We all know that businesses need to pay tax, but how many sole traders and small businesses are actually properly advised on what they should be paying, both as businessentities and as tax-paying individuals? If you’re operating as a sole trader or partnership you are eligible to pay Income Tax and National Insurance, some businesses will be required to charge VAT on their sales too – how much you actually pay is a whole other ball game!!
Sole traders must complete a Self-Employment tax return at the end of each tax year. The return allows you to provide details of your business’ income and expenses. This information is used to work out how much Income Tax and National Insurance Contributions you have to pay. Here are the basics:
– Self-employment/self-assessment return
If your annual turnover from self-employment is below the VAT registration threshold, you can use a ‘three line account’, which gives HMRC condensed information about your business’ income and expenses. All you need to provide on the relevant pages of your tax return are:
– Details of your turnover
The total allowable business expenses, rather than a breakdown of each expense
Net profit or loss
Details of any adjustments, allowances or losses
If you prefer, you can still give a fuller breakdown of all your expenses in the relevant boxes on your tax return. Businesses below the VAT registration threshold can also use cash accounting so turnover and expenses will be cash received and payments made in the period.
– Tax and NIC liability
After deducting the personal allowance, profits from self-employment are taxed firstly at the basic rate of Income Tax. If the taxable income exceeds a specific amount (£31,786 ) the excess will attract Income Tax at 40% or even 45%.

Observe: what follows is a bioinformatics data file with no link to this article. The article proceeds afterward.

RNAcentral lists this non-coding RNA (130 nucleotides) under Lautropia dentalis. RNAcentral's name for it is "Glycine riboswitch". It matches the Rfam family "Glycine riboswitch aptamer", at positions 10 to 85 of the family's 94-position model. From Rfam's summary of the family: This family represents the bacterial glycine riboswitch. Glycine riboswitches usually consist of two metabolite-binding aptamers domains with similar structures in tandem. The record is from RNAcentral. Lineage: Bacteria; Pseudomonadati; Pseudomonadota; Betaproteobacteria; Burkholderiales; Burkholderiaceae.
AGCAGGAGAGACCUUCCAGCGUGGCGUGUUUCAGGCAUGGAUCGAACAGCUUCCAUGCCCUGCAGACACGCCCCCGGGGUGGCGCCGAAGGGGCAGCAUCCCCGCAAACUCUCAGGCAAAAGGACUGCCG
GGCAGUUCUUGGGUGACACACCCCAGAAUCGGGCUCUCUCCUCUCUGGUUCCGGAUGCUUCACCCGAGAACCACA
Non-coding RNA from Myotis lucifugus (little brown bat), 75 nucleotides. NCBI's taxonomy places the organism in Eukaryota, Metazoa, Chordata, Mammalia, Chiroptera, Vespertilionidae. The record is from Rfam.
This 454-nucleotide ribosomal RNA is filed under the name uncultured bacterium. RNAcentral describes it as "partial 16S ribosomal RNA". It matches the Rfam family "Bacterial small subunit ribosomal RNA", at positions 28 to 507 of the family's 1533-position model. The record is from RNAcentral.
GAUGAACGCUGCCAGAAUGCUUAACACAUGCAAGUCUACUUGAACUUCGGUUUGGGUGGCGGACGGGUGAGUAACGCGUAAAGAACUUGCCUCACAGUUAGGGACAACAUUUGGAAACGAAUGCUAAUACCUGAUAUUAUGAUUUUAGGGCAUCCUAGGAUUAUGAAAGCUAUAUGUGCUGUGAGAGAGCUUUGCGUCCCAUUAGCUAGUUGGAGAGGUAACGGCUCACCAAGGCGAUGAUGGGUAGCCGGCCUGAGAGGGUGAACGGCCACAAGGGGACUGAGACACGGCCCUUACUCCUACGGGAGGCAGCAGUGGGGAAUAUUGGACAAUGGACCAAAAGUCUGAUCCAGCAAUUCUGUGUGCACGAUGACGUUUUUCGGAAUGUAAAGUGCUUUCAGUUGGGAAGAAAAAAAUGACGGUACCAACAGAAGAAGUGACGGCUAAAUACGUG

There are two classes of National Insurance Contributions (NIC) for the self-employed. The first, Class 2 starts at profits of £5,965 and is £2.80 per week. Class 4 NIC starts at profits of £8,060 and is payable at 9% up to profits of £42, 385 when Class 4 drops to 2%.
– Payment of Tax
Self-assessment payments are due by 31 January and 31 July each year. For the business profits in any tax year the first payment on account is due by January 31, the second payment is due by July 31, and any balance must be paid by the following January 31. Failure to make these deadlines will result in interest being charged.
If you feel that you are out of your depth making these returns on your own, then don’t delay in contacting us, we are here to make sure you get on with what you do best, while we take care of the boring stuff. We will make sure your money is working for you by assessing your tax efficiency and making your income work smarter for you.